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Skin care creams containing DNA are heavily marketed.
We see them everywhere, from TV ads to magazines and demonstration kiosks.
It seems like there are skin cosmetics, creams and ointments for everybody, to cure anything, and make anybody look younger.
It's no wonder that so many manufacturers got into the business, and there's so many types and models out there.
Finding the right one, and figuring out which type works, can be a challenge, especially when the companies keep bringing new technologies to the table.
One such technology is DNA based. But do the latest trends in cosmetics such as DNA technology really work?
First, let's describe how most of these products work.
Typically, they consist of a cream that you apply on the skin.
The cream can be composed of a multitude of chemical ingredients, and they interact with your body to make the skin look better, remove imperfections, and make you look younger.
The cream itself stays on the skin, sometimes for a few hours, and some of the skin ingredients slowly infiltrate the skin membrane.
This new feature is based on enzymes that are included inside the product, and interact with your skin in a new way restoring the DNA that has been harm by the action of free radicals.
The point is that it goes deeper, and in essence transports the other substances directly to the cells nucleus. This allows the cream to work in a much faster and more direct way.
DNA repair creams are most recommended to improve the skin's texture and to diminish wrinkles and sagging skin.
The DNA part of the cream uses nanotechnology to increase the effects, and work better than non DNA enabled products. At least, that's what the claim is.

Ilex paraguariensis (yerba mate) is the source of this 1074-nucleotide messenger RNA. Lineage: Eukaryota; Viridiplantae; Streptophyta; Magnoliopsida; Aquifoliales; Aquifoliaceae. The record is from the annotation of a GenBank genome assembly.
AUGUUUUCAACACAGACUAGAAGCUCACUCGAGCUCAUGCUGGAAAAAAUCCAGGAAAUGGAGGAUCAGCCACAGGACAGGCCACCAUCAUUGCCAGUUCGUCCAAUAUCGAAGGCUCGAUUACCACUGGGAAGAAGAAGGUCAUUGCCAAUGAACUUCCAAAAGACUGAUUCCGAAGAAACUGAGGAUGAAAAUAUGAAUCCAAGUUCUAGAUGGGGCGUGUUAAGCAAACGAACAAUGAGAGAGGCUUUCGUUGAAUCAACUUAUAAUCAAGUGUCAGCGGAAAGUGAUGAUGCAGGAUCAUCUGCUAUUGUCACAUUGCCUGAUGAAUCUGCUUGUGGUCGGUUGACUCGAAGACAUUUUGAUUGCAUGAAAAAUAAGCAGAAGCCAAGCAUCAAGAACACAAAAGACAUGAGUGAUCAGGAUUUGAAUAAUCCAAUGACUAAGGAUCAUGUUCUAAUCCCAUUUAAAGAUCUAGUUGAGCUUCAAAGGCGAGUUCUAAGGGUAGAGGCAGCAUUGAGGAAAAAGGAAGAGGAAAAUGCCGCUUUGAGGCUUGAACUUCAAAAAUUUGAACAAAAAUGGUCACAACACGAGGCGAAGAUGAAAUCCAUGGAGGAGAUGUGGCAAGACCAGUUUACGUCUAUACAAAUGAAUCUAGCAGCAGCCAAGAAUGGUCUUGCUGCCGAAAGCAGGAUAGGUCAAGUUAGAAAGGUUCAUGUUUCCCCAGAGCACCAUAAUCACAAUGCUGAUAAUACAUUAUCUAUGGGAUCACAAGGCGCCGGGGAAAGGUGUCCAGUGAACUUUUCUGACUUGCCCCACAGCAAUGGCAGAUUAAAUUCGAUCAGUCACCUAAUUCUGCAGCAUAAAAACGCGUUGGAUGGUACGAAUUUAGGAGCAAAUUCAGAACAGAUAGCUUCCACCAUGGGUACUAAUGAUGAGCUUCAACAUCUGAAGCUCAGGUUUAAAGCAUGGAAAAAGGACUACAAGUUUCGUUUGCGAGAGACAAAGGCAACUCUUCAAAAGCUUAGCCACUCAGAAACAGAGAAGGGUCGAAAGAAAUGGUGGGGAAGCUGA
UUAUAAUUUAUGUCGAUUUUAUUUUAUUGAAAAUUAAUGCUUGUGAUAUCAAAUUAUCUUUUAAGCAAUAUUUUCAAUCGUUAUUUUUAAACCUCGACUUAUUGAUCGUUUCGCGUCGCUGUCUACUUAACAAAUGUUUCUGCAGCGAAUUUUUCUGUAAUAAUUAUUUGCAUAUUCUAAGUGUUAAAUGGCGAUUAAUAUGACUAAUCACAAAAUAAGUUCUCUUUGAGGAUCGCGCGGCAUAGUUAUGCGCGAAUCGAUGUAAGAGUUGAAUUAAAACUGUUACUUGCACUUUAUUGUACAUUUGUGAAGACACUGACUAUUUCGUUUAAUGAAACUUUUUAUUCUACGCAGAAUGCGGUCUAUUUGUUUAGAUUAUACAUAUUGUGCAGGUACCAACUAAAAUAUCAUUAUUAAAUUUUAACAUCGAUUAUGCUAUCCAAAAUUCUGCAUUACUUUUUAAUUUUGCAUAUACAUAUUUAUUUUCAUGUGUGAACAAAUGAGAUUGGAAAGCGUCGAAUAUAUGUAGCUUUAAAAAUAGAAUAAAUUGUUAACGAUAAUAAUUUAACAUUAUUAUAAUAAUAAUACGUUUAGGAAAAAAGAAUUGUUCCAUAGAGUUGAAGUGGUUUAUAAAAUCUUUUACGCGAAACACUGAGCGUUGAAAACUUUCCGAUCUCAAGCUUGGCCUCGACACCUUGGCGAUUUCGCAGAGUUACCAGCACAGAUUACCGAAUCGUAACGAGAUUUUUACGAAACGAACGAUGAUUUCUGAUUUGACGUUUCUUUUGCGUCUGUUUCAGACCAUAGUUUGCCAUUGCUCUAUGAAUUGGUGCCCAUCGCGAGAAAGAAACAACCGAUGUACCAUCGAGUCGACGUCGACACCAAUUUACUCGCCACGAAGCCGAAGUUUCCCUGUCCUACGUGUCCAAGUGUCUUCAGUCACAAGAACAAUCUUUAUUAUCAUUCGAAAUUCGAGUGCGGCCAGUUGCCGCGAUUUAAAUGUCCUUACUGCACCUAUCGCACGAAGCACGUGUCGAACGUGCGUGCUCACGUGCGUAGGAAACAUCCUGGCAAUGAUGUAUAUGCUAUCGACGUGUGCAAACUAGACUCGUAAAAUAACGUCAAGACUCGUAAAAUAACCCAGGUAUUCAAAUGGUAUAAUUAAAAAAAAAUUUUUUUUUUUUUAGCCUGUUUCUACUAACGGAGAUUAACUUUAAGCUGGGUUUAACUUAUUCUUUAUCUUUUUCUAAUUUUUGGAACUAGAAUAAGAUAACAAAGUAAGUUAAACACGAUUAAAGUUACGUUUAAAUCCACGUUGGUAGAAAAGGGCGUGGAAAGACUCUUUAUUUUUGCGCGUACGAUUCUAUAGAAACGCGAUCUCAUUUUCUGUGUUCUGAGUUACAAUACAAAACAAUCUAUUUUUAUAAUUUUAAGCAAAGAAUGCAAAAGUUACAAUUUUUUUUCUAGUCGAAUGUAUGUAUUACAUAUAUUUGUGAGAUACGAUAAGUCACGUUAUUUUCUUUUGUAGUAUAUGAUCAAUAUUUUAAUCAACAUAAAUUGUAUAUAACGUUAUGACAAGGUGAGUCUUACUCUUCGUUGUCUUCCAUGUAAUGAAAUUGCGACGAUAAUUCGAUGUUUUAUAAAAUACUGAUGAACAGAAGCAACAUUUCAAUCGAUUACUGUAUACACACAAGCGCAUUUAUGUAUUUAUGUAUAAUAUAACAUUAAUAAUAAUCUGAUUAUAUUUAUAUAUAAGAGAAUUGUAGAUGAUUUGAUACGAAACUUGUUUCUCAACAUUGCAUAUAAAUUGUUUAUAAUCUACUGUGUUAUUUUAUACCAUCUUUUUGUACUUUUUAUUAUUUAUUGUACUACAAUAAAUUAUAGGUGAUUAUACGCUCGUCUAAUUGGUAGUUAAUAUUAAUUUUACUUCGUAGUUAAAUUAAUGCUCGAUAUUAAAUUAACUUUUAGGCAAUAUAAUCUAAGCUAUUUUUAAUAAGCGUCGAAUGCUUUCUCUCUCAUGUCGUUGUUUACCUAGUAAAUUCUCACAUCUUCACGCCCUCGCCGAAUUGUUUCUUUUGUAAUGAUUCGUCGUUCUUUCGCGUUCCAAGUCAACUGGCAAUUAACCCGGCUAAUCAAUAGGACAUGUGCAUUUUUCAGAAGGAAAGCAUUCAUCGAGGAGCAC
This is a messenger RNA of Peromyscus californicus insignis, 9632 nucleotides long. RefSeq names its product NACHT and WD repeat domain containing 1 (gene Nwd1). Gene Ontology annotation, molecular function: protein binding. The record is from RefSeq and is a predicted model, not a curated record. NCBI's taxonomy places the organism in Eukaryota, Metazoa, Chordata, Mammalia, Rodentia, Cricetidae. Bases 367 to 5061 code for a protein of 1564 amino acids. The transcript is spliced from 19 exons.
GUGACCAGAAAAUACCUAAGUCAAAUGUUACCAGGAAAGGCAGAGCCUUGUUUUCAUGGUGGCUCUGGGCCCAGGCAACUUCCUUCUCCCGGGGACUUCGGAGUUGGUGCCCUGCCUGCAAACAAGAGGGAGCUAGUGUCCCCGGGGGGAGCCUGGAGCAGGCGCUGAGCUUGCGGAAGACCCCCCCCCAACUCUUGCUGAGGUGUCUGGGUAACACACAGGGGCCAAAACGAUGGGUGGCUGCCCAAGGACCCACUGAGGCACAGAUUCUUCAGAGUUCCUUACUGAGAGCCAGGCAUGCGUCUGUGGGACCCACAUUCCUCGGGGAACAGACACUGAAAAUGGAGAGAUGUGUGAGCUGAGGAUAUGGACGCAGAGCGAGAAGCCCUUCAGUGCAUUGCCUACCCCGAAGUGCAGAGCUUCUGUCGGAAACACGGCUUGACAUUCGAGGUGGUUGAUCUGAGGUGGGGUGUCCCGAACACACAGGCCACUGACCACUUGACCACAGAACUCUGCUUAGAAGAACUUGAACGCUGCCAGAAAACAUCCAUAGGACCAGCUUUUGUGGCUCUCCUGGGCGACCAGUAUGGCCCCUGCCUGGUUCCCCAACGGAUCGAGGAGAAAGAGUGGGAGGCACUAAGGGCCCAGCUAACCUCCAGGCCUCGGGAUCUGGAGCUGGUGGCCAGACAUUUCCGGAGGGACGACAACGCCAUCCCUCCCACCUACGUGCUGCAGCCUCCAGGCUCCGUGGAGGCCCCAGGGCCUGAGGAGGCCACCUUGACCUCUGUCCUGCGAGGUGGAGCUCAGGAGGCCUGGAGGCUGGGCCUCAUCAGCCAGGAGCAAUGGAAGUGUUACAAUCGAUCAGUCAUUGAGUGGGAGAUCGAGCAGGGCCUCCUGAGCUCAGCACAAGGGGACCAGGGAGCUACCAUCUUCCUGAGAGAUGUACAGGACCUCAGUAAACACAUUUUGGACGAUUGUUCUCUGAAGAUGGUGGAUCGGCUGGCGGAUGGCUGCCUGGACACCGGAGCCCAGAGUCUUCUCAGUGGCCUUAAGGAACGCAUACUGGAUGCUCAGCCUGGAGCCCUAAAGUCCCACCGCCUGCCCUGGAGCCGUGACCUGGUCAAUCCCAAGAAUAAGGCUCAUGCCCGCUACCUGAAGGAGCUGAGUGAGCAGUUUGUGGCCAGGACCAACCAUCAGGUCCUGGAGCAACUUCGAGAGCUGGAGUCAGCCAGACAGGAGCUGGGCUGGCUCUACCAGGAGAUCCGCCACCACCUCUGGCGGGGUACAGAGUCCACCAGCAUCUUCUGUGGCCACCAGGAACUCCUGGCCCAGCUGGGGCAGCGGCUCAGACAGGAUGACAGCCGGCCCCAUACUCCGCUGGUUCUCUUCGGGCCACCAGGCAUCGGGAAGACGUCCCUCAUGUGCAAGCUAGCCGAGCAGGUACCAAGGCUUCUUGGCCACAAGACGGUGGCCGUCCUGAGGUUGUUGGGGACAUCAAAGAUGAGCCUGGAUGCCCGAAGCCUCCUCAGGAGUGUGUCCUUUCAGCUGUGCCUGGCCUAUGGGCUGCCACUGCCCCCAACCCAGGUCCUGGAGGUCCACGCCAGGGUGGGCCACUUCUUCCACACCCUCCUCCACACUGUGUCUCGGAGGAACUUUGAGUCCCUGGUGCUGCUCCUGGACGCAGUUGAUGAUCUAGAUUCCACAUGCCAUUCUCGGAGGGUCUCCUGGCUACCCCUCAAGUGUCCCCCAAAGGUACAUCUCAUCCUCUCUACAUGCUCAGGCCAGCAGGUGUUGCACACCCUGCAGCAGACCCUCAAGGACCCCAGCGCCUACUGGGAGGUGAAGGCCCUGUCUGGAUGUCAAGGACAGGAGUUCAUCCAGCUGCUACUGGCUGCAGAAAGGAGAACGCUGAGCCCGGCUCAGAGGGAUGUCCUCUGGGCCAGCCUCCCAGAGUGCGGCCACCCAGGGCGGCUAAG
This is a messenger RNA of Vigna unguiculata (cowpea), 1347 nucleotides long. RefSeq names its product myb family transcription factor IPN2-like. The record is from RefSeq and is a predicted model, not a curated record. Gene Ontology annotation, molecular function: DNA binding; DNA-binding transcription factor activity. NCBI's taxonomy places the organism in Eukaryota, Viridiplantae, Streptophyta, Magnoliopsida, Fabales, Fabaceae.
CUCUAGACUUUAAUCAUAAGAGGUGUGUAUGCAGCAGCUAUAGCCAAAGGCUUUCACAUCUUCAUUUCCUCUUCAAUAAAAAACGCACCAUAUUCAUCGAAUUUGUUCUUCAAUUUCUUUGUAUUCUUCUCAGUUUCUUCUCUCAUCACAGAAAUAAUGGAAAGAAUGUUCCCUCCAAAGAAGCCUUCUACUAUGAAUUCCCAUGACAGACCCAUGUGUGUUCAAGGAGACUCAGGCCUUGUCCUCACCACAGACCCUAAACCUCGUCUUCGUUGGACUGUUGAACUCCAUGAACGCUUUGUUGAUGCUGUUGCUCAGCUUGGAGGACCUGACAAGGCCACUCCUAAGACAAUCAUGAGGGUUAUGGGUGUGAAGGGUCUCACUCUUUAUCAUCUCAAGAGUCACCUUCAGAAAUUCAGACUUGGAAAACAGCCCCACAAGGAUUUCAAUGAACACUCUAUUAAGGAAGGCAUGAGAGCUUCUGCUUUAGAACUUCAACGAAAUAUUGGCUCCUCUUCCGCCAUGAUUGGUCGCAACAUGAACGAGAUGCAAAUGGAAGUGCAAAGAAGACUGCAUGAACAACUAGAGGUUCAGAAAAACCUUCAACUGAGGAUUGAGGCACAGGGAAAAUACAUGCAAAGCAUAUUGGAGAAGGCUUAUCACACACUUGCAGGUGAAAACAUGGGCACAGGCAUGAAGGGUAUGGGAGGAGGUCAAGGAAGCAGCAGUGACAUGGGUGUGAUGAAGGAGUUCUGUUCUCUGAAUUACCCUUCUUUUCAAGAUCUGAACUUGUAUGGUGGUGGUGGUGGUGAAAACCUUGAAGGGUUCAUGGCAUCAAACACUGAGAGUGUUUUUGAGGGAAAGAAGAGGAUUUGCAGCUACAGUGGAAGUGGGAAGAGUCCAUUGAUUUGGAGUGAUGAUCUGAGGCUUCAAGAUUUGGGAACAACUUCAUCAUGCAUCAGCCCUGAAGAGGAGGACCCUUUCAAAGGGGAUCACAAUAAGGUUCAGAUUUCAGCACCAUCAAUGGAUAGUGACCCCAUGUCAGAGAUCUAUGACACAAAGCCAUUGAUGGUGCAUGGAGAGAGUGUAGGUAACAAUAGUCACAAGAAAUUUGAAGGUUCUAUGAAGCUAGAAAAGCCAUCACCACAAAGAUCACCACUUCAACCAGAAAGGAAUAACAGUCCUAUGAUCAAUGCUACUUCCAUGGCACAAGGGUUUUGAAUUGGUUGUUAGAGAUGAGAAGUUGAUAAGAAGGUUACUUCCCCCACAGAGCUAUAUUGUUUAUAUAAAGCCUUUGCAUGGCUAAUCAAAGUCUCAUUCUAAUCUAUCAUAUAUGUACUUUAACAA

In truth, very little is known for certain.
Because skin care is not a vital medical science, very few scientific studies were made on DNA nanotechnologies used by the companies.
In fact, most of the studies were made by those companies, to demonstrate the usefulness of their products.
Anecdotal evidence shows that many people prefer these DNA cosmetics, over those who don't use this type of technology.
But it's not enough to be conclusive.
The fact remains that there's a lot of mystery as to how exactly the human body works, and how these chemicals interact with cells.
It's mostly a game of trial and error.
Overall, whether or not you should use DNA technology in your skin care products is up to you.
There's few reasons not to try it, and see if it works, other than the cost and potential side effects.
Make sure you always read the labels to know what these side effects can be.
Typically, they could include rashes and redness.
In the end, only you can find out if these products will be useful on your skin, and whether they are worth the more expensive cost.
Where one cream may work for you, it may not work on another person, since we all have different anatomy.
I have been researching dna creams on Amazon and found Belleclat & Neova brands to have mostly positive reviews.
If you want to find out more here are the links DNA Repair Cream Belléclat Eternally Glowing Telomere and NEOVA Day Therapy SPF 30.
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